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In Kabul, a bombing punctuates political tensions

A blast not far from where top officials were meeting killed eight and injured 40.

KABUL, Afghanistan - With political tensions running high in advance of President Hamid Karzai's expected announcement this week of his new cabinet, a suicide car bomber struck in the heart of Afghanistan's capital yesterday, killing eight people and injuring more than 40.

Officials said the target may have been former Vice President Ahmad Zia Massoud, whose house was badly damaged in the attack.

Massoud is the brother of Ahmad Shah Massoud, the much-revered leader of the anti-Taliban resistance who was assassinated in 2001 just before the Sept. 11 attacks on the United States.

Massoud had left the residence shortly before the explosion and was uninjured, said an aide. Two of his bodyguards were among the dead.

Like many previous attackers, the bomber managed to penetrate a wealthy area of the capital where tight security measures are in place.

The ease with which attackers are able to gain access to high-security zones has in the past raised suspicion of collusion between the Taliban and Afghan security forces.

The blast, which echoed across Kabul and sent black plumes of smoke billowing into the air, brought traffic in the city center nearly to a standstill. Witnesses said ambulances were not on the scene right away, so neighbors and passersby helped the injured as best they could.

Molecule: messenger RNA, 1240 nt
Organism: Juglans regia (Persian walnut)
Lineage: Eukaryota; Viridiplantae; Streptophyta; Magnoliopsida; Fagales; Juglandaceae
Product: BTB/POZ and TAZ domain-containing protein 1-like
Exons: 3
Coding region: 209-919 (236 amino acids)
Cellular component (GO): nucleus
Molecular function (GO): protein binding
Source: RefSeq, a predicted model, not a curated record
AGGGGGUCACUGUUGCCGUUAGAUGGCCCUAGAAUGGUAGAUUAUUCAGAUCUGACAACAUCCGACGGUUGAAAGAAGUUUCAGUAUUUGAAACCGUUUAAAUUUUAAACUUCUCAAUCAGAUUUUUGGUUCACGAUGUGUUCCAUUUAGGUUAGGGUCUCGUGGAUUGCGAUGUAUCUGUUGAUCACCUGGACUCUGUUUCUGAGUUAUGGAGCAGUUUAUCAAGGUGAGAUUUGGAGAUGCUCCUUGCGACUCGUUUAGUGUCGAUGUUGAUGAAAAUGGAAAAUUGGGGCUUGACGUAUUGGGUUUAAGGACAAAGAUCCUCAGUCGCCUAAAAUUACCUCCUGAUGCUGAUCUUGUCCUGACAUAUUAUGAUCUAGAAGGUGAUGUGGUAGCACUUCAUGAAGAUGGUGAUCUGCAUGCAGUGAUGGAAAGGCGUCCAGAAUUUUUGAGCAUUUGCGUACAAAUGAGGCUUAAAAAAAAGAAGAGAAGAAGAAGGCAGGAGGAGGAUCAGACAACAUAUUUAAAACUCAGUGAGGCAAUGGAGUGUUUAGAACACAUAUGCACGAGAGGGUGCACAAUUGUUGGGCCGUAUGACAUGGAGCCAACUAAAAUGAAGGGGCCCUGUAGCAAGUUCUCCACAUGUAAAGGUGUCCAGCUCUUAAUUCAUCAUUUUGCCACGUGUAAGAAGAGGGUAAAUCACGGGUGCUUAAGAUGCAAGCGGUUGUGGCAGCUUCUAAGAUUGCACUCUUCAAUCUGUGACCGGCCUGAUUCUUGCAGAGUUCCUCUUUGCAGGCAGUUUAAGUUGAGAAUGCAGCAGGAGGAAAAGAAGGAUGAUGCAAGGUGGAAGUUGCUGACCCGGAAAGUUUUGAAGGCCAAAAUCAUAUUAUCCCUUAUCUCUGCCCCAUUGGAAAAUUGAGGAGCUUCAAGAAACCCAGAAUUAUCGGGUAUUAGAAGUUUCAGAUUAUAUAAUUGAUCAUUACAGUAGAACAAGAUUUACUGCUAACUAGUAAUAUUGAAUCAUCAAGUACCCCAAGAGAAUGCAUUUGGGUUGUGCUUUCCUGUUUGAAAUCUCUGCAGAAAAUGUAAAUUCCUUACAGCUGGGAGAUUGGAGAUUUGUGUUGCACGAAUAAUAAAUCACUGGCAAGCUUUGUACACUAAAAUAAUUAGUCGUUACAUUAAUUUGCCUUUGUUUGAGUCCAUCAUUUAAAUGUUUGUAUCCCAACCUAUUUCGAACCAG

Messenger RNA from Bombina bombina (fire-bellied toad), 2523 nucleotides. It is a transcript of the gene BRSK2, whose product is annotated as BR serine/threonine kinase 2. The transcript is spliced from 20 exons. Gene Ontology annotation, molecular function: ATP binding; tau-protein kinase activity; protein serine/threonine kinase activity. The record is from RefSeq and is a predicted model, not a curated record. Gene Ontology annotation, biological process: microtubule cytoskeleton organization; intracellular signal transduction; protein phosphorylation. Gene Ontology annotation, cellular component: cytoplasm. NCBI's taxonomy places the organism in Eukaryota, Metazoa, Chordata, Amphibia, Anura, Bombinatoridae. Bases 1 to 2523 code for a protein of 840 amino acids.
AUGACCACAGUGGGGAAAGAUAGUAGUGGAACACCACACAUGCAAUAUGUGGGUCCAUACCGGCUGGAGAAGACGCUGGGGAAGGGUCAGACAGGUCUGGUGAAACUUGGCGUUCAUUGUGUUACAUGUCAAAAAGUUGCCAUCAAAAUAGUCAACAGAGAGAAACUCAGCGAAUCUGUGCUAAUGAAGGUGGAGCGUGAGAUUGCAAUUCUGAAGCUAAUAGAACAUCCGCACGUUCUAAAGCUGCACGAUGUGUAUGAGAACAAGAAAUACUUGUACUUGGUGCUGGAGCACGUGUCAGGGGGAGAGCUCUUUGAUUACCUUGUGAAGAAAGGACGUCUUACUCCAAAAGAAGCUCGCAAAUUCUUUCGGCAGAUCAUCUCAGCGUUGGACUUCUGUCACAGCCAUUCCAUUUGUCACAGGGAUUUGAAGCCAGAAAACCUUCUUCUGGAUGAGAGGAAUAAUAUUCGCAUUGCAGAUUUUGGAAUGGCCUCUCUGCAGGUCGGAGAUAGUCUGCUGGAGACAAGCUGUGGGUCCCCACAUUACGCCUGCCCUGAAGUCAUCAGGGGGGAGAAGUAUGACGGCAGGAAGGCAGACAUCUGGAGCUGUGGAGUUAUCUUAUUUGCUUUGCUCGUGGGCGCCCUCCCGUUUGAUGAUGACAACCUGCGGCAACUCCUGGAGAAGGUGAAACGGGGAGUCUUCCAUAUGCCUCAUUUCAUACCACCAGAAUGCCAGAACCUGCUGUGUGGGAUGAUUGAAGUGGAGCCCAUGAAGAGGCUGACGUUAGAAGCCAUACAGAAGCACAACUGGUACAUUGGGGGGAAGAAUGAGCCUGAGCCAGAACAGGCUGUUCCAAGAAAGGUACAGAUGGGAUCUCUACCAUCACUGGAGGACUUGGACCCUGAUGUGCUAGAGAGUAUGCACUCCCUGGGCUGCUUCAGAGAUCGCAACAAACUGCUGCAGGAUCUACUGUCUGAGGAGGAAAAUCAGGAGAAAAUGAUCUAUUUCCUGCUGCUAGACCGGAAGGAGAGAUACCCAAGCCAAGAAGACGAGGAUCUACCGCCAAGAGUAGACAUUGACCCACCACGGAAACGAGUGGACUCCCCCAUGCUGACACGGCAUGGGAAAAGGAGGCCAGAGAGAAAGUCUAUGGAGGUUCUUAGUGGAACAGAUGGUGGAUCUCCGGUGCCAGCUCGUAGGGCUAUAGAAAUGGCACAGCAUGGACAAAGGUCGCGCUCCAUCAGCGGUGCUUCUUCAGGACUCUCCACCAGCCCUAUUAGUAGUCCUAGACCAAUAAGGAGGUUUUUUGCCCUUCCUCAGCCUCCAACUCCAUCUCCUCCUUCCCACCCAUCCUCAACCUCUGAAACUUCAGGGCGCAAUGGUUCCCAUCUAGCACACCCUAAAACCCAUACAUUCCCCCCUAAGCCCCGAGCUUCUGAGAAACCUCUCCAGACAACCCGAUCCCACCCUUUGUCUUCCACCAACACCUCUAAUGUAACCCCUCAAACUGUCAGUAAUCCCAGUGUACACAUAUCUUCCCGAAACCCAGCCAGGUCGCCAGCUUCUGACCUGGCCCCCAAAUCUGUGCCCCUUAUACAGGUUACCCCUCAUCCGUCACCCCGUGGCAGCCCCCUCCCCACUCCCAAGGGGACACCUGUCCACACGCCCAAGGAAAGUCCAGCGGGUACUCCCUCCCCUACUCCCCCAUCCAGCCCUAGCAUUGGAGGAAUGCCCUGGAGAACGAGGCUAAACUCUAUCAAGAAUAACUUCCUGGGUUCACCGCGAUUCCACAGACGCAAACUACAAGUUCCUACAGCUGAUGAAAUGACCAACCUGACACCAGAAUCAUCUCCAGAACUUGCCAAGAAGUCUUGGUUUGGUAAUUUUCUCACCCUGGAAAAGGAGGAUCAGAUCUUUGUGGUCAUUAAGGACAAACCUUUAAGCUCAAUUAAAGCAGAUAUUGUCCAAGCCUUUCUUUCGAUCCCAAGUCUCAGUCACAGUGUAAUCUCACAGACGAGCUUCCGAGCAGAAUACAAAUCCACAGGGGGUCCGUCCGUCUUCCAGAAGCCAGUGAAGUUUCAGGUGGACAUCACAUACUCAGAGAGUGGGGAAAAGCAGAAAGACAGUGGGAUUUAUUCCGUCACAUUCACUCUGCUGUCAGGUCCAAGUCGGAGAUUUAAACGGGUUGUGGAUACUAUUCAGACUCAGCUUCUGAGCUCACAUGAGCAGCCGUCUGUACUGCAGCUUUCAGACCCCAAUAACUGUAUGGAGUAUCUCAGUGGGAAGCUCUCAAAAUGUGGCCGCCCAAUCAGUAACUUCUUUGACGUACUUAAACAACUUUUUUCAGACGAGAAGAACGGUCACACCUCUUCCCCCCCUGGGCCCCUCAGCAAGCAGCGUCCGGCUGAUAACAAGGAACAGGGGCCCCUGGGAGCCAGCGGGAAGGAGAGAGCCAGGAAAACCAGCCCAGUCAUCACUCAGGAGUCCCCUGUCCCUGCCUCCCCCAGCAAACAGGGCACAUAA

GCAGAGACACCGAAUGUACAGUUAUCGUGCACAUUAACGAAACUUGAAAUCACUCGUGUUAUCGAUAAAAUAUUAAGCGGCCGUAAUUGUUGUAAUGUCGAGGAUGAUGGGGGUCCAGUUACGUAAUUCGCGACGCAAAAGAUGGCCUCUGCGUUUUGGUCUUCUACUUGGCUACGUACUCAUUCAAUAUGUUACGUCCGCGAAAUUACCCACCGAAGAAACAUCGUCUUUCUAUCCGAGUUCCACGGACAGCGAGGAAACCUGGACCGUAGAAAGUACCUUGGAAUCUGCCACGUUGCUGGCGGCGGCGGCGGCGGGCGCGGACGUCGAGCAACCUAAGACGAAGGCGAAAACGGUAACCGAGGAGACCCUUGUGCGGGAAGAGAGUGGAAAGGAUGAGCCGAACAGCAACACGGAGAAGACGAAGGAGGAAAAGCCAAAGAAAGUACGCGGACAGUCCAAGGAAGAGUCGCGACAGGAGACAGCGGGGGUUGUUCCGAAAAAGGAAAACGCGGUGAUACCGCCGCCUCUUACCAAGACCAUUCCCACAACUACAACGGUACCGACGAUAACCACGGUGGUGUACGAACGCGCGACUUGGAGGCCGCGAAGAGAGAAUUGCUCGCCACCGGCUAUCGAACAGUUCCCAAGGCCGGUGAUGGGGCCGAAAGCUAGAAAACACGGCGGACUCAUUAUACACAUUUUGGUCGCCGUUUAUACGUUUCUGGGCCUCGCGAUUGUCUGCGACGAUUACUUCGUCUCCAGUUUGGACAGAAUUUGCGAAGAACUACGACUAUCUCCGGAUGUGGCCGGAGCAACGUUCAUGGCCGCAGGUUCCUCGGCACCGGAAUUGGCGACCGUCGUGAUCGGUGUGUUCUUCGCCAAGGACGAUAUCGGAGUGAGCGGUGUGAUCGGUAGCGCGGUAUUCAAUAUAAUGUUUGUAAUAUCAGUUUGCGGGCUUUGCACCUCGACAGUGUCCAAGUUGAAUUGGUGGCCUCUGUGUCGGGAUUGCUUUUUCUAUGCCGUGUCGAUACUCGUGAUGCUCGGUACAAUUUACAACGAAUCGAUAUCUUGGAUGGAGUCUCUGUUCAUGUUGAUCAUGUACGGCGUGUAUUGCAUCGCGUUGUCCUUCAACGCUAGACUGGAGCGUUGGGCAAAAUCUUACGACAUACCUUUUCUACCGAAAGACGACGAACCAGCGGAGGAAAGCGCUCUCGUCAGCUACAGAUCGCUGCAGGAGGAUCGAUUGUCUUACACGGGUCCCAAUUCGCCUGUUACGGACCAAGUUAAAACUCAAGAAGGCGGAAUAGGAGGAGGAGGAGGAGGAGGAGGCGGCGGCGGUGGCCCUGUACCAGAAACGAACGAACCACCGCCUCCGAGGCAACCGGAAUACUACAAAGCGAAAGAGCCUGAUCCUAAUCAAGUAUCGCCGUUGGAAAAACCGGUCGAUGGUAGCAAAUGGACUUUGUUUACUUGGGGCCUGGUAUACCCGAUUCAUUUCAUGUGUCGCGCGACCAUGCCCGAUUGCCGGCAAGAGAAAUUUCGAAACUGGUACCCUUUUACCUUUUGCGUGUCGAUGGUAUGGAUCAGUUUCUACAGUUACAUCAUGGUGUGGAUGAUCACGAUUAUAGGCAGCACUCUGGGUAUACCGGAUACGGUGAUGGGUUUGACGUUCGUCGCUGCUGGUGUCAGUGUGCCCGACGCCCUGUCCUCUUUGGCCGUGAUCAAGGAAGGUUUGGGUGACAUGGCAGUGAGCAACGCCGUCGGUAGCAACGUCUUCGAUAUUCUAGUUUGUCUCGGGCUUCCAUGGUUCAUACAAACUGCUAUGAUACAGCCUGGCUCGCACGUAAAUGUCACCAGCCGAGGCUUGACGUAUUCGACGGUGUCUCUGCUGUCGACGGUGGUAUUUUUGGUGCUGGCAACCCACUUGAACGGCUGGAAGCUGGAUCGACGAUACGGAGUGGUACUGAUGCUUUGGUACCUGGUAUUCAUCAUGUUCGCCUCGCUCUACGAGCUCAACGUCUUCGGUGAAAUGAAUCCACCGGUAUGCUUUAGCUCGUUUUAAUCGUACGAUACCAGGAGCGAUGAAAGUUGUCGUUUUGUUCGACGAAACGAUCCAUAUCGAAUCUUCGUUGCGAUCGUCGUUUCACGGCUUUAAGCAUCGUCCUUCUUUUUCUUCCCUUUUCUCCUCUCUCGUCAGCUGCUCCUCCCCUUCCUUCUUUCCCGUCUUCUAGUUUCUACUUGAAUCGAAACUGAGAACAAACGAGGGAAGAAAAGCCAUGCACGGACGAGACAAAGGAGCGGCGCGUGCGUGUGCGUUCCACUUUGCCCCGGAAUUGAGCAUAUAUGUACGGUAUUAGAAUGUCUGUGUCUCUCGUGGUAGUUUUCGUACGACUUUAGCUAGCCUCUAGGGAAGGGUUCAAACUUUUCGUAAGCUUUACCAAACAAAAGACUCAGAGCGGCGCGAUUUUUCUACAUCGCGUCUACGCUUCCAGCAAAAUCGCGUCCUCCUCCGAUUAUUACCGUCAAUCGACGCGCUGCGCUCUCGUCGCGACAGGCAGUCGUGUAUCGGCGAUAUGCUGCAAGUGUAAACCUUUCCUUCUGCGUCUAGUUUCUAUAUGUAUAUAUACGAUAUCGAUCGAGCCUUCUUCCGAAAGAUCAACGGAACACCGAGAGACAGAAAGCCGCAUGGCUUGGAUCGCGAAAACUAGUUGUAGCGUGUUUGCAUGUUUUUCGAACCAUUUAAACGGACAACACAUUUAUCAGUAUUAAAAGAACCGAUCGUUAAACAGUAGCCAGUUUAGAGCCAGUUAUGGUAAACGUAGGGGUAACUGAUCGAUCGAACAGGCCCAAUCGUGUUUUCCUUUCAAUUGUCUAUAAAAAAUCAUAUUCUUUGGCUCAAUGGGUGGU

"There were no police; everybody was helping carry the wounded away themselves," said Farhad Yaftali, a construction company worker.

Aides to Massoud said they were certain he was the intended target, although authorities initially believed the bomber might have been trying to approach a hotel several hundred yards away that is frequented by foreigners and diplomats.

A spokesman for Afghanistan's Interior Ministry, Zemeri Bashary, said the eight dead included four women. He said more than three dozen people were hurt.

The attack took place as senior Afghan officials were convening about a mile and a half away to discuss measures to combat corruption, a topic of keen interest to Western governments.

In a reminder of the continuing cost of the conflict as the United States prepares to increase its troop commitment by 30,000, military officials yesterday disclosed the death of a U.S. serviceman a day earlier in a roadside bombing in southern Afghanistan, and reported the deaths of two British and two Afghan soldiers, also in the south.

Karzai's ministerial choices, which may be known as early as today, are being watched as a sign of whether the Afghan leader intends to follow through on pledges to rein in rampant corruption.

In his speech to the senior officials, Karzai declared that "our duty is to tackle corruption in government, whether trifling or very large-scale."

But he also referred to an abundance of "Western propaganda" on the subject and defended the mayor of Kabul, who recently was convicted on corruption charges, as a "clean" politician.

Also yesterday, Adm. Mike Mullen, chairman of the Joint Chiefs of Staff, said in Kabul that the vast majority of troops in the surge ordered by President Obama should be in Afghanistan by August, as scheduled, the Associated Press reported.

On Monday, Lt. Gen. David Rodriguez, the second-highest ranking U.S. general in Afghanistan, had said the escalation of American troops would take longer than expected, possibly as long as 11 months, citing logistical challenges.